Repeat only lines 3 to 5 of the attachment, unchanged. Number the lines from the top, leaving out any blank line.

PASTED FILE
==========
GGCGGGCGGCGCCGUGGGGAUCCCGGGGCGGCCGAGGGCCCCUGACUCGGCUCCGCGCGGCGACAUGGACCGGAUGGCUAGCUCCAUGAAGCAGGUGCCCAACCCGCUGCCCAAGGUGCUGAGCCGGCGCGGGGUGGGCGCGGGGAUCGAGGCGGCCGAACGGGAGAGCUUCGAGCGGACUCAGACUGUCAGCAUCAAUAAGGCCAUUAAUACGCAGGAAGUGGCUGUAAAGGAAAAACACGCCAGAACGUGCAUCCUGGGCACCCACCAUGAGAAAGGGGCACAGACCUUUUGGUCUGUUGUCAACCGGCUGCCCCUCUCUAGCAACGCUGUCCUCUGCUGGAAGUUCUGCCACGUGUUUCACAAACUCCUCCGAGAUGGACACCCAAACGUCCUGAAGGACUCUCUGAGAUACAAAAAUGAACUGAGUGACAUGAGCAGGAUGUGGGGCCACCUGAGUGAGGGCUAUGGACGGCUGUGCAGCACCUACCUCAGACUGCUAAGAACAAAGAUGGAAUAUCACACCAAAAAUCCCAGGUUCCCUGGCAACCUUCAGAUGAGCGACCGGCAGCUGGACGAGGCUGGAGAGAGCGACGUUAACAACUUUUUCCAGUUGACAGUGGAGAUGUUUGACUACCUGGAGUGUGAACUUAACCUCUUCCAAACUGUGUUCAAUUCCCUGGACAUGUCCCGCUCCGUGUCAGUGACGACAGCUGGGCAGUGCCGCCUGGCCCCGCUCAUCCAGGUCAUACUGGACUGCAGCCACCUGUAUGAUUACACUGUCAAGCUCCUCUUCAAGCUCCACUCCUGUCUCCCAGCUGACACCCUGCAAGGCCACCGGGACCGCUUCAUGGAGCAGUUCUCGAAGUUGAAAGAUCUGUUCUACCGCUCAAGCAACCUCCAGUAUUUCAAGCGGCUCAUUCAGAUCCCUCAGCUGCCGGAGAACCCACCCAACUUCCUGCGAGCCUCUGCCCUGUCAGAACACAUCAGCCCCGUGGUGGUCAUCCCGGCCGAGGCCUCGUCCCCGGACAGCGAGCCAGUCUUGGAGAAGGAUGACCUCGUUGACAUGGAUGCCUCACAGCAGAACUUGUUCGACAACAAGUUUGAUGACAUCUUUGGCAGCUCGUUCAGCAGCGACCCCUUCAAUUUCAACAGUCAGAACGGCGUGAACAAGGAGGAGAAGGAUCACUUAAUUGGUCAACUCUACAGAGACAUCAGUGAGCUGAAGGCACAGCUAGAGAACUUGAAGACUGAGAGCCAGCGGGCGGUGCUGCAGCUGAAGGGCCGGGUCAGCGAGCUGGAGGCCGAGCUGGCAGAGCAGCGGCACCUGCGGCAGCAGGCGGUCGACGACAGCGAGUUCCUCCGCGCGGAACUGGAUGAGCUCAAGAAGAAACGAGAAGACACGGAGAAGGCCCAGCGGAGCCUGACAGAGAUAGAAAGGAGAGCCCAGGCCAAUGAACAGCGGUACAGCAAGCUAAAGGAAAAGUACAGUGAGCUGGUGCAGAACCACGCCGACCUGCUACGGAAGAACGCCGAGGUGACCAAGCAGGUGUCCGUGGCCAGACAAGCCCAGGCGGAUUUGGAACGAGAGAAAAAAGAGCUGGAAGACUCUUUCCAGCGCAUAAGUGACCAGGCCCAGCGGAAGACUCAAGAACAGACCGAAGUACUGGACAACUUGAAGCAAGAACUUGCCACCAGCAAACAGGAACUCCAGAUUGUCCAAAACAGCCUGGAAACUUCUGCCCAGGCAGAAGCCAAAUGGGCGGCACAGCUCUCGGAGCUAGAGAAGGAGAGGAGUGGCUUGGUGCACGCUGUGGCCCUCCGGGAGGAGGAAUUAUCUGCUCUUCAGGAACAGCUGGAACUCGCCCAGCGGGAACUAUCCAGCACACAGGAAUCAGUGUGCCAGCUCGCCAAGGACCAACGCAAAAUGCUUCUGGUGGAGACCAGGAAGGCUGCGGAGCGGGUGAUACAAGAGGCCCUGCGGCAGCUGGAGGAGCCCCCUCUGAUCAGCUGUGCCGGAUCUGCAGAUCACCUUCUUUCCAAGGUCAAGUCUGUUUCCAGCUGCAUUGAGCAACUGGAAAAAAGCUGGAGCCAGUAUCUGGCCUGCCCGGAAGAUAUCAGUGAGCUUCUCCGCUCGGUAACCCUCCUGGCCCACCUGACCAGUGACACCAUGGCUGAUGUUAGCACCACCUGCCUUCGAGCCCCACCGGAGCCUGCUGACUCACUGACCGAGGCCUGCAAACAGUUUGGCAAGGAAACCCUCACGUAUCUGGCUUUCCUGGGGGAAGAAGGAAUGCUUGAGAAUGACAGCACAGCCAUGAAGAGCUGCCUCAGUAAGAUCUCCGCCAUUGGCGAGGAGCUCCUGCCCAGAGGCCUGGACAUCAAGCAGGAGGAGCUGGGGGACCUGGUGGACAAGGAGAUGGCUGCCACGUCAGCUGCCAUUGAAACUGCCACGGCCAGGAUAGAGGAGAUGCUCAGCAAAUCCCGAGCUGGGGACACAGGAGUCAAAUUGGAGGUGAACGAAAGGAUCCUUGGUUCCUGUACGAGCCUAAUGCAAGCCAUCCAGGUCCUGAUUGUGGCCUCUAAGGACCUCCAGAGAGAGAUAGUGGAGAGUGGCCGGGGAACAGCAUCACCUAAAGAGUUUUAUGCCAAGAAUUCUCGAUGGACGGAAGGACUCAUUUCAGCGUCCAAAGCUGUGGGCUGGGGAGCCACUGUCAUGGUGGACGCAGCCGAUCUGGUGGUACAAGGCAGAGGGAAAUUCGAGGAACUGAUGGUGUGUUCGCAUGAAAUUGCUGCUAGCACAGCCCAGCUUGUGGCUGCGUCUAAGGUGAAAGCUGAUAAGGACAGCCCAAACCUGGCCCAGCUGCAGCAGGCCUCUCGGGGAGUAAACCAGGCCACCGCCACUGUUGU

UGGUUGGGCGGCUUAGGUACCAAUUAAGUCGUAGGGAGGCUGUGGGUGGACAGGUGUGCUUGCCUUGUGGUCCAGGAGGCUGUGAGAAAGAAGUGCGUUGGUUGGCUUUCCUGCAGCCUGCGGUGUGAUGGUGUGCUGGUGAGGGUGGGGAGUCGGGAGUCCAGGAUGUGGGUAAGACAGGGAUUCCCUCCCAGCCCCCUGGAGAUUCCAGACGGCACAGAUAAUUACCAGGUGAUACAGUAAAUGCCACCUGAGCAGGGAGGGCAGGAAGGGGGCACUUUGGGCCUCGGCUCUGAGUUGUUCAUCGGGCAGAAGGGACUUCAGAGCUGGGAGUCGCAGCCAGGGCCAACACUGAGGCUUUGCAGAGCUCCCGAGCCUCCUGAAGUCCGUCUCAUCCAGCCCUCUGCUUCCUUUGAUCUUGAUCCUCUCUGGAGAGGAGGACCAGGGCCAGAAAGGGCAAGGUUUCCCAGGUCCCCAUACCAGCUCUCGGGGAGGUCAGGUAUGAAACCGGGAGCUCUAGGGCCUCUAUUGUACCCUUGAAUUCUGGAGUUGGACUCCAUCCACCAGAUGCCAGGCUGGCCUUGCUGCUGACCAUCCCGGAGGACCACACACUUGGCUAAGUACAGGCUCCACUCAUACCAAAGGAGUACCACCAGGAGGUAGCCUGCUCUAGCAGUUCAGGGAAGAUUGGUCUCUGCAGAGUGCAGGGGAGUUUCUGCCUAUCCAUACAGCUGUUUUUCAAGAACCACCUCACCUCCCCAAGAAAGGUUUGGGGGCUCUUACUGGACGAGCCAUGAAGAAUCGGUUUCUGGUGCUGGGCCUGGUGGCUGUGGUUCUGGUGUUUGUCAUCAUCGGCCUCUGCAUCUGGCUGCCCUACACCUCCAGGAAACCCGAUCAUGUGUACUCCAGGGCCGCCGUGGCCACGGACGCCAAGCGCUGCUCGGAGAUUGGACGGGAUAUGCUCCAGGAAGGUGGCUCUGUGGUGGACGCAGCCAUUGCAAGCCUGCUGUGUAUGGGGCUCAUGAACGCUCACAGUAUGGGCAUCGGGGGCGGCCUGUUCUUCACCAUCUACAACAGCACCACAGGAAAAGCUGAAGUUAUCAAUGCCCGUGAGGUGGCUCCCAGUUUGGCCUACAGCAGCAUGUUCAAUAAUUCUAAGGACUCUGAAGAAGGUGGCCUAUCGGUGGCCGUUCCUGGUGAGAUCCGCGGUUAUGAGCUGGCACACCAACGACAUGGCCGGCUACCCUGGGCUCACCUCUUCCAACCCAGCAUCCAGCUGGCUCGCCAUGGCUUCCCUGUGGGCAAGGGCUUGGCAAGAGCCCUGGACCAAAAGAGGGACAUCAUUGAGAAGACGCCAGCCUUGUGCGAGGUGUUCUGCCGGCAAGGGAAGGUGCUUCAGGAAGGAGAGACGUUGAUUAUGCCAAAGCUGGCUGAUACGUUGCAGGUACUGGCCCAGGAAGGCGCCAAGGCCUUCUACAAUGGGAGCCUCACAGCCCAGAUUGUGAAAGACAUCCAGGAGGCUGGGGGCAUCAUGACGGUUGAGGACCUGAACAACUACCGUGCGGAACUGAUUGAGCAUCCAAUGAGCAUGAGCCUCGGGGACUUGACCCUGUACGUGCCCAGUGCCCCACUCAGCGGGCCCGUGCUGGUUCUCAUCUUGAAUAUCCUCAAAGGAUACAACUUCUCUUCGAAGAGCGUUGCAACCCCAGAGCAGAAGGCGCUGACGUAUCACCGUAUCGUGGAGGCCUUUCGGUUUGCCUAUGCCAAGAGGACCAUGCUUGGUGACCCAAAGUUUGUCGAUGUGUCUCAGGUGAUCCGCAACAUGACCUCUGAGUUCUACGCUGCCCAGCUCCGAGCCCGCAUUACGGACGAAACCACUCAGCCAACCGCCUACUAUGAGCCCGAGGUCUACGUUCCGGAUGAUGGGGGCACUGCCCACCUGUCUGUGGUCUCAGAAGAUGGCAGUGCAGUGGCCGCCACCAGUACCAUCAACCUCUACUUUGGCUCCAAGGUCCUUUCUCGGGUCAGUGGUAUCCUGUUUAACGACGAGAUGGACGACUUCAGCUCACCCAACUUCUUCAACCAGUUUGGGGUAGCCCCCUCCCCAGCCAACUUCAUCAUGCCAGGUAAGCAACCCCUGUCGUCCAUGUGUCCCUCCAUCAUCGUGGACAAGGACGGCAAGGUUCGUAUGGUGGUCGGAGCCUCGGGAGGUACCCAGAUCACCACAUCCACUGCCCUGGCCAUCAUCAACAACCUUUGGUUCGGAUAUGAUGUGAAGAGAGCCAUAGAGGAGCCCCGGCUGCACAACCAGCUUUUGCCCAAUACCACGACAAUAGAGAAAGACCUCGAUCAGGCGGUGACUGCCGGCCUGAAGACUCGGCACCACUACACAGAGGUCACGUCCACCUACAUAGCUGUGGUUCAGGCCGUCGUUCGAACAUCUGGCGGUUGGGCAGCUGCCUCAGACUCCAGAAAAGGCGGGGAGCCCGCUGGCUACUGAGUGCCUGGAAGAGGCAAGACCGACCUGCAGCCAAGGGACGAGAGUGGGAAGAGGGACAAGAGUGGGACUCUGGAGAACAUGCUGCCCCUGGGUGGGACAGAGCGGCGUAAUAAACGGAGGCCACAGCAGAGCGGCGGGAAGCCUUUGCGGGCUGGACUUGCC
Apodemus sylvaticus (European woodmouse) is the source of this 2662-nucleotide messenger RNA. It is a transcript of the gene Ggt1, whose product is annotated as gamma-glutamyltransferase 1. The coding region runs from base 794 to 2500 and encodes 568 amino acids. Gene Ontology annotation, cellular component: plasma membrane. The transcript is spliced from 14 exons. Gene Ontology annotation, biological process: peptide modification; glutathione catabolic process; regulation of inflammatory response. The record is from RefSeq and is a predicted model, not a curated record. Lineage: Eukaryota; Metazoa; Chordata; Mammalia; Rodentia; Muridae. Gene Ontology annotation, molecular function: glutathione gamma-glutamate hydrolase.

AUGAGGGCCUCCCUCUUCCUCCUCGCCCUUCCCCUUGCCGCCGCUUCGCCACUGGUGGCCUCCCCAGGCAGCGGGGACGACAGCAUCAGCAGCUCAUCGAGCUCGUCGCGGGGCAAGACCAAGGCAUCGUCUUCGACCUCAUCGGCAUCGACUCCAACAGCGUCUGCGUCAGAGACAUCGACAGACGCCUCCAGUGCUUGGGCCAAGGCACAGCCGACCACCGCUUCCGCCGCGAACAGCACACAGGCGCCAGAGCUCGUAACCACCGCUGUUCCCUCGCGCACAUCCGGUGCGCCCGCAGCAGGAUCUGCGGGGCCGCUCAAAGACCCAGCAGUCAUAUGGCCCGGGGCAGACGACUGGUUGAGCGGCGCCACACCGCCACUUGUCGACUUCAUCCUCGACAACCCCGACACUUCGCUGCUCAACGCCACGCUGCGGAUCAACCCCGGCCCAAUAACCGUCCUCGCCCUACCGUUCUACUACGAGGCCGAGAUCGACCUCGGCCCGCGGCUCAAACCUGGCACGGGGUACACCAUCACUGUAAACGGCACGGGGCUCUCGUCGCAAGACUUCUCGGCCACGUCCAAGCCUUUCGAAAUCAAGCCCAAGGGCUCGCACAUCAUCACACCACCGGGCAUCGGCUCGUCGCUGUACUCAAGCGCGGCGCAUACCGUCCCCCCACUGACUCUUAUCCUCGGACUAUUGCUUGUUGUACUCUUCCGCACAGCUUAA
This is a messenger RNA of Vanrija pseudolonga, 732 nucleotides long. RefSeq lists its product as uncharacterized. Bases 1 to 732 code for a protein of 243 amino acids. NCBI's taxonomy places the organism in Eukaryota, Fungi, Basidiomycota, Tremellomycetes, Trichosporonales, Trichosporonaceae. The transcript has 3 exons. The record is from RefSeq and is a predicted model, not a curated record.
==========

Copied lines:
Apodemus sylvaticus (European woodmouse) is the source of this 2662-nucleotide messenger RNA. It is a transcript of the gene Ggt1, whose product is annotated as gamma-glutamyltransferase 1. The coding region runs from base 794 to 2500 and encodes 568 amino acids. Gene Ontology annotation, cellular component: plasma membrane. The transcript is spliced from 14 exons. Gene Ontology annotation, biological process: peptide modification; glutathione catabolic process; regulation of inflammatory response. The record is from RefSeq and is a predicted model, not a curated record. Lineage: Eukaryota; Metazoa; Chordata; Mammalia; Rodentia; Muridae. Gene Ontology annotation, molecular function: glutathione gamma-glutamate hydrolase.

AUGAGGGCCUCCCUCUUCCUCCUCGCCCUUCCCCUUGCCGCCGCUUCGCCACUGGUGGCCUCCCCAGGCAGCGGGGACGACAGCAUCAGCAGCUCAUCGAGCUCGUCGCGGGGCAAGACCAAGGCAUCGUCUUCGACCUCAUCGGCAUCGACUCCAACAGCGUCUGCGUCAGAGACAUCGACAGACGCCUCCAGUGCUUGGGCCAAGGCACAGCCGACCACCGCUUCCGCCGCGAACAGCACACAGGCGCCAGAGCUCGUAACCACCGCUGUUCCCUCGCGCACAUCCGGUGCGCCCGCAGCAGGAUCUGCGGGGCCGCUCAAAGACCCAGCAGUCAUAUGGCCCGGGGCAGACGACUGGUUGAGCGGCGCCACACCGCCACUUGUCGACUUCAUCCUCGACAACCCCGACACUUCGCUGCUCAACGCCACGCUGCGGAUCAACCCCGGCCCAAUAACCGUCCUCGCCCUACCGUUCUACUACGAGGCCGAGAUCGACCUCGGCCCGCGGCUCAAACCUGGCACGGGGUACACCAUCACUGUAAACGGCACGGGGCUCUCGUCGCAAGACUUCUCGGCCACGUCCAAGCCUUUCGAAAUCAAGCCCAAGGGCUCGCACAUCAUCACACCACCGGGCAUCGGCUCGUCGCUGUACUCAAGCGCGGCGCAUACCGUCCCCCCACUGACUCUUAUCCUCGGACUAUUGCUUGUUGUACUCUUCCGCACAGCUUAA
This is a messenger RNA of Vanrija pseudolonga, 732 nucleotides long. RefSeq lists its product as uncharacterized. Bases 1 to 732 code for a protein of 243 amino acids. NCBI's taxonomy places the organism in Eukaryota, Fungi, Basidiomycota, Tremellomycetes, Trichosporonales, Trichosporonaceae. The transcript has 3 exons. The record is from RefSeq and is a predicted model, not a curated record.